A Maryland appeals court on Tuesday denied a motion to reconsider its decision to reinstate the conviction and sentence of Adnan Syed, who served more than 20 years in prison in connection to the killing of his ex-girlfriend and classmate at Woodlawn High School in a case chronicled in the podcast “Serial.”
In a two-sentence order, E. Gregory Wells, chief judge of the Appellate Court of Maryland, wrote on behalf of the three-judge panel that it denied the motion because “it is based on an argument not previously raised.”
Syed, now 41, has always maintained that he did not kill Hae Min Lee, 18, whose body was found in Leakin Park in Baltimore on Feb. 9, 1999. He was 17 at the time.
In 2000, Syed was found guilty in Baltimore Circuit Court of first-degree murder, robbery, kidnapping and false imprisonment and sentenced to life in prison plus 30 years.
Following a series of twists and turns, the Baltimore State’s Attorney Office in 2022 filed a motion to throw out his conviction. The move came after a nearly one-year investigation that revealed that prosecutors did not turn over exculpatory evidence and uncovered information about two possible alternative suspects.
Circuit Judge Melissa M. Phinn later granted the motion and ordered Syed to be released from prison. Prosecutors had 30 days to schedule a new trial or drop the charges.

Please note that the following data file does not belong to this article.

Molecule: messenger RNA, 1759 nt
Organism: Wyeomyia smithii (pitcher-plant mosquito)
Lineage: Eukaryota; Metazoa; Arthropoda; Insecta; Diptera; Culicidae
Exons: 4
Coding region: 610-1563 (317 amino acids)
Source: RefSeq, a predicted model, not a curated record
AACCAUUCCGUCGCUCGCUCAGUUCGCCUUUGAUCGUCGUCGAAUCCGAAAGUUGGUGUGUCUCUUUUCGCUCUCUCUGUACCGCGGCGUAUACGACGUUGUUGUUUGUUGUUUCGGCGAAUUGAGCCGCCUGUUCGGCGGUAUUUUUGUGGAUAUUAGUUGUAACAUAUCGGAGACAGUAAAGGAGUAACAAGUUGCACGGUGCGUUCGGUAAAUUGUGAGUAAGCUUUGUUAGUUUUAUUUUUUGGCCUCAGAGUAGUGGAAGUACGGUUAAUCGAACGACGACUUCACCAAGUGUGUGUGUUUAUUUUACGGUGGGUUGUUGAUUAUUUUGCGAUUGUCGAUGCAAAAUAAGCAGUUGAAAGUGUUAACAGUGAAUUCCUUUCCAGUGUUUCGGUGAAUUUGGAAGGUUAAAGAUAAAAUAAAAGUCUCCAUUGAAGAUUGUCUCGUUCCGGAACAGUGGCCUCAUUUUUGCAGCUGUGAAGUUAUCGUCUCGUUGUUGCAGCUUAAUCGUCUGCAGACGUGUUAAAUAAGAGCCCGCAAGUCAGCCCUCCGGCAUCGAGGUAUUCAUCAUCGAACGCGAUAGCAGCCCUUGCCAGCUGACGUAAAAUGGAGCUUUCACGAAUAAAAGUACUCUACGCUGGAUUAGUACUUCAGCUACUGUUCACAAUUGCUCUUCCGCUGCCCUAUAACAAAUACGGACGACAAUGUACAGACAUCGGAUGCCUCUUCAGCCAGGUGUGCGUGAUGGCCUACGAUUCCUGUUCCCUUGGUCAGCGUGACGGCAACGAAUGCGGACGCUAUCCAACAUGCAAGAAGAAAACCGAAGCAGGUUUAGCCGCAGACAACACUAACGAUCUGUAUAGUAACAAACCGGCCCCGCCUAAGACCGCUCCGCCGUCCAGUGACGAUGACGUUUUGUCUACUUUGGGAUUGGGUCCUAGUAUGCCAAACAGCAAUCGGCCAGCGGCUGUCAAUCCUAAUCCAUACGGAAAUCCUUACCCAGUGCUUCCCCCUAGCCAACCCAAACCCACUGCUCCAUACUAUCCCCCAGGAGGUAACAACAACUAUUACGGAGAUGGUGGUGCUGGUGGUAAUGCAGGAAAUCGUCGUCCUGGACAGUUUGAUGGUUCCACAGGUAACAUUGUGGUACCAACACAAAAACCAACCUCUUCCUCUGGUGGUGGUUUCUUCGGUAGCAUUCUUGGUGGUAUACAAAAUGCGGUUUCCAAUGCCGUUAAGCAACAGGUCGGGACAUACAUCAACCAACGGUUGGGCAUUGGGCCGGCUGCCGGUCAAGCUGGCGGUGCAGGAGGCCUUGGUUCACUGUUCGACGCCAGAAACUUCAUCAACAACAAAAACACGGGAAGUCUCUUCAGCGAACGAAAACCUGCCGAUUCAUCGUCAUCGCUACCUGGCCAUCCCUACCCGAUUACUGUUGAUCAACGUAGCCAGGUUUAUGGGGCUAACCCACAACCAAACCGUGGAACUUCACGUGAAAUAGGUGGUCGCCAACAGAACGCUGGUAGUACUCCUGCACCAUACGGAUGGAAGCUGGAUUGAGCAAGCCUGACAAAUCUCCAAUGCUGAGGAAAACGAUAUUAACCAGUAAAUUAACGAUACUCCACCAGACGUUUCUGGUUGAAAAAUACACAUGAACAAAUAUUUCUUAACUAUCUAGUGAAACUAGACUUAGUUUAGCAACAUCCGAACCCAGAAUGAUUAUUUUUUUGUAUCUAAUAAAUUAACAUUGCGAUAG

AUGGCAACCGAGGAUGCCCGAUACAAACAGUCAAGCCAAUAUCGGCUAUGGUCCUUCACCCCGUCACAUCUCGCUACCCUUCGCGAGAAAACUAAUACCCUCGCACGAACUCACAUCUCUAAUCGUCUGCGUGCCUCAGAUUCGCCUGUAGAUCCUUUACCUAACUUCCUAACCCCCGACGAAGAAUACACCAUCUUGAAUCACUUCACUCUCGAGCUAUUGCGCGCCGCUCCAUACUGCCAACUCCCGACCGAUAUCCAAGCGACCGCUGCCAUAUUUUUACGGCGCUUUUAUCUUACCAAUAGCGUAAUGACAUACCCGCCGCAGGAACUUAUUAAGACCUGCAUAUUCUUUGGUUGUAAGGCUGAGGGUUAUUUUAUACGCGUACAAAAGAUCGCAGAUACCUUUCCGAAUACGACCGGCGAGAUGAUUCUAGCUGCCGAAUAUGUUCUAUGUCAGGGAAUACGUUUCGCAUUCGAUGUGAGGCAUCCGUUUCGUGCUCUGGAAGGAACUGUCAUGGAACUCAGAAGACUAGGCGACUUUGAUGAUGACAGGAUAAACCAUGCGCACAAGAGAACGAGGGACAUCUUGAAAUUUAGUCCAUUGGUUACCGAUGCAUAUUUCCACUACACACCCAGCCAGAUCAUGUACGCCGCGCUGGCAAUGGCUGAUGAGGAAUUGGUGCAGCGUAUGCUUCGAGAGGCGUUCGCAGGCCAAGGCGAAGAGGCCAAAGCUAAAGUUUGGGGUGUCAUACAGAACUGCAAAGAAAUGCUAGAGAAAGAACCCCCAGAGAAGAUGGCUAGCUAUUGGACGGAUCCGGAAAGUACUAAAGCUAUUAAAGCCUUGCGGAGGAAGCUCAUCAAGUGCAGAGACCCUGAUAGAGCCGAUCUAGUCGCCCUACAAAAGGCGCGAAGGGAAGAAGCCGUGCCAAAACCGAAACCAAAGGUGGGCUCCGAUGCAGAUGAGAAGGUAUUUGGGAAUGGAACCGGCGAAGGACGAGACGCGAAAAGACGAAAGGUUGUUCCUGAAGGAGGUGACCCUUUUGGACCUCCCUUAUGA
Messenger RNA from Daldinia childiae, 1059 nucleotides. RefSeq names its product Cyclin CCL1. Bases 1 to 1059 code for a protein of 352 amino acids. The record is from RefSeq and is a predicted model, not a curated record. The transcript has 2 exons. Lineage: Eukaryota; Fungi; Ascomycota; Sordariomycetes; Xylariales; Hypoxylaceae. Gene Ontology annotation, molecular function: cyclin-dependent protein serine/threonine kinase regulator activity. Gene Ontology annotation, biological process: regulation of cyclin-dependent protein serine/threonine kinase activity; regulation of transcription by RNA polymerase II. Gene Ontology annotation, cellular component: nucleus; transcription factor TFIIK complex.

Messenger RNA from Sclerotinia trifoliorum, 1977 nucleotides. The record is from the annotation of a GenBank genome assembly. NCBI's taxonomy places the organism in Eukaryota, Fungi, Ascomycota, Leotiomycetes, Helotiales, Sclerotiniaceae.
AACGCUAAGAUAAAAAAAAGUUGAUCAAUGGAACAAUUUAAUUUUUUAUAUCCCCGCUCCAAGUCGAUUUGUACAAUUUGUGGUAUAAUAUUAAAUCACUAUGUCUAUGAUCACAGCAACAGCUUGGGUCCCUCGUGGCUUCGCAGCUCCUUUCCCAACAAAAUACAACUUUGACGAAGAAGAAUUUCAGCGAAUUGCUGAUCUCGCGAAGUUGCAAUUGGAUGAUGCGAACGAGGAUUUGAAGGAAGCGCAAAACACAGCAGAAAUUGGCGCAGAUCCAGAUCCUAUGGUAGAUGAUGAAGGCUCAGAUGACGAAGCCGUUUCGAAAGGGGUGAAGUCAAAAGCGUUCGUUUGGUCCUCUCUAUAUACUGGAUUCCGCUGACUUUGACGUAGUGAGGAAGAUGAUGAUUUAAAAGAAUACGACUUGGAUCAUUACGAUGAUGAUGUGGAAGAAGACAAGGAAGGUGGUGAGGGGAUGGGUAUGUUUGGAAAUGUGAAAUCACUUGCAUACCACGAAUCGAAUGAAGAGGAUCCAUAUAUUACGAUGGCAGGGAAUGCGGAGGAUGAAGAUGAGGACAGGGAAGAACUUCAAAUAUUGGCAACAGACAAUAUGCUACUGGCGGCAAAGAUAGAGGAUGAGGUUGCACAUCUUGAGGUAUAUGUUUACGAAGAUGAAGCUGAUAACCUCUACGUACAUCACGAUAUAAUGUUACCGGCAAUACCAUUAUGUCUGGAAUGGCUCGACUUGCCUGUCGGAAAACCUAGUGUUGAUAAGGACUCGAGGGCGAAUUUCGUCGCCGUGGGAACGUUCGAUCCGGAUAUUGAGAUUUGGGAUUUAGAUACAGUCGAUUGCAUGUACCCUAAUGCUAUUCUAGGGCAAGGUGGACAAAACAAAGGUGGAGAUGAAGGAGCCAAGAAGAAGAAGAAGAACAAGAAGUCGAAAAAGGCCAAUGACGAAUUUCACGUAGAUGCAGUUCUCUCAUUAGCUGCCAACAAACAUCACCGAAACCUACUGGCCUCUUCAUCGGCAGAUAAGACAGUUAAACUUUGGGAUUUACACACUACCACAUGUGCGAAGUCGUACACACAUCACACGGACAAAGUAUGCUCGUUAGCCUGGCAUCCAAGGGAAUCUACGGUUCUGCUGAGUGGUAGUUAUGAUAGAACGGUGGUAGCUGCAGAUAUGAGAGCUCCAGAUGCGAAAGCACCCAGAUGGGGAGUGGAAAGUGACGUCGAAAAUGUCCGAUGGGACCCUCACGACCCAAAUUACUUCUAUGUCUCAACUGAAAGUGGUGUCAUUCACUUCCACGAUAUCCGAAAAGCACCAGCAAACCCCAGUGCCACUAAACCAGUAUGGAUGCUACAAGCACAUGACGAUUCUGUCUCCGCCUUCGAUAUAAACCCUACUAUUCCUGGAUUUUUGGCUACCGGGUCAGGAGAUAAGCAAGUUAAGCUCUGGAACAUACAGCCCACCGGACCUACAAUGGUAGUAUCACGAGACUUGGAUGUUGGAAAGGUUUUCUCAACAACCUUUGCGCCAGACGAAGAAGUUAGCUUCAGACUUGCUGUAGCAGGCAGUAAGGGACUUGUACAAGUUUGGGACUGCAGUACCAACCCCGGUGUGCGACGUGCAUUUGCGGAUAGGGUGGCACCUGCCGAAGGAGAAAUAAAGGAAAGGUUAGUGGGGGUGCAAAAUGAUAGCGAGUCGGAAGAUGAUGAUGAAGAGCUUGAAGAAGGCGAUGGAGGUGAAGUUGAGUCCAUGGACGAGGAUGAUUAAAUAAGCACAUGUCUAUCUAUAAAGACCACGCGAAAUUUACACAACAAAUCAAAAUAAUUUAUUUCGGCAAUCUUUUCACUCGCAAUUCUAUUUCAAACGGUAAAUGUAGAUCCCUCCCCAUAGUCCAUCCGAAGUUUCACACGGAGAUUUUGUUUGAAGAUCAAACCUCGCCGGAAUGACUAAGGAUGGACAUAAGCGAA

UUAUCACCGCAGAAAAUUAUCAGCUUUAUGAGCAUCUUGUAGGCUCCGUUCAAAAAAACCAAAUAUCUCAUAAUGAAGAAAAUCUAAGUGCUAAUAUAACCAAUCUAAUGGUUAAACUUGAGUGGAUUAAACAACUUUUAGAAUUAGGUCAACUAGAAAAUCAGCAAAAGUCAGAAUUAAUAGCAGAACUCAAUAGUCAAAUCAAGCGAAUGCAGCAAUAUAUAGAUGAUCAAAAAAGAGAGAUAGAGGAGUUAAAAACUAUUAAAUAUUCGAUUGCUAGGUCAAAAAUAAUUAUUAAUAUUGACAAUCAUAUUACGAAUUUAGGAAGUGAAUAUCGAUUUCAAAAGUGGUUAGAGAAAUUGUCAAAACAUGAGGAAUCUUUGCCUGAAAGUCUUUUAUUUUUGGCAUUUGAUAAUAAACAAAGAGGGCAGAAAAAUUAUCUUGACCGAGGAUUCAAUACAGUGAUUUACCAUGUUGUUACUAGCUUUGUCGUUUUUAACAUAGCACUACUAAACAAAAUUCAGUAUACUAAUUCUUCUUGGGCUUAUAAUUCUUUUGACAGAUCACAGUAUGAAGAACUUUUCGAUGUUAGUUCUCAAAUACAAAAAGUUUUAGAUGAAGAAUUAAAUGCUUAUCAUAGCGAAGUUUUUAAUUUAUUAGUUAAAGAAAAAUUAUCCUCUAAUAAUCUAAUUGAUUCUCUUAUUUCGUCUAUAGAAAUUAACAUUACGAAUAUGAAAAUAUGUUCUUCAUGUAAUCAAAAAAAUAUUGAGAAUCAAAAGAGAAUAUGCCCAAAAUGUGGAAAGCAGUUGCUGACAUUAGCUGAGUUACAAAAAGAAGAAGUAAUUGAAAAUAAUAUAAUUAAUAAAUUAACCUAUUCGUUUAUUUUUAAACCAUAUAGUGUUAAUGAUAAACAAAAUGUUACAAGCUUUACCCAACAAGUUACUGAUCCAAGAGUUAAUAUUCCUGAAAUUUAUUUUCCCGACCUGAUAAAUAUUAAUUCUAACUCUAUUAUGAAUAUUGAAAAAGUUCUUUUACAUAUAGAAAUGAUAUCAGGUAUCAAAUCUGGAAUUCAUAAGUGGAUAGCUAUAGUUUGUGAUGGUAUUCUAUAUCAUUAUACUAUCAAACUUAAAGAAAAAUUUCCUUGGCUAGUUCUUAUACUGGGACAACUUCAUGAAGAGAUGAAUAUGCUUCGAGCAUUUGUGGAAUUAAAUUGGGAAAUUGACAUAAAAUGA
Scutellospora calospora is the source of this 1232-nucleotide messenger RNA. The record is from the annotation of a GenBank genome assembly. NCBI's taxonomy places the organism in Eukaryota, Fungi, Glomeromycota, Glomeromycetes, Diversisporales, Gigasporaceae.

Young Lee, Hae Min Lee’s brother, moved to appeal and then asked the courts put the case on hold. He argued that he was neither provided adequate notice of the hearing nor the opportunity to meaningfully participate.
Phinn had denied his request to delay the hearing for one week so he could appear in-person in the courtroom. She instead allowed him to make a statement over Zoom.
The Appellate Court of Maryland allowed the appeal to move forward. Earlier this year, it ruled 2-1 to reinstate Syed’s conviction and sentence and ordered a redo of the hearing.
In the majority opinion, Appellate Judge Kathryn Grill Graeff wrote that Young Lee’s rights to prior notice of the hearing and to attend in-person were violated.
But Graeff wrote that Young Lee did not have a right to be heard in court. He had asked for a new hearing during which he could call and cross-examine witnesses as well as present evidence.
Assistant Public Defender Erica Suter, Syed’s attorney and director of the Innocence Project Clinic at the University of Baltimore School of Law, had argued the appeal was moot because the state dropped the charges.
Suter and her co-counsel for the appeal, Brian Zavin, chief of the Maryland Office of the Public Defender’s Appellate Division, last week filed the motion for reconsideration. They contended that Young Lee failed to show how the outcome of the hearing would have been different had he attended in person.
“Appellate courts routinely assess whether an error impacted the underlying proceedings. We are dismayed that the Appellate Court of Maryland opted not to do so here,” Suter said in a statement. “We will be seeking review in the Supreme Court of Maryland.”
Steve Kelly, one of Young Lee’s attorneys, said he was pleased with the result.
”It brings us one step closer to what we want, which is an open, transparent and legally compliant hearing,” Kelly said. “And so we’re looking forward to getting that, sooner rather than later.”
Syed now works for the Prisons and Justice Initiative at Georgetown University. He has remained free while the case continues to be litigated.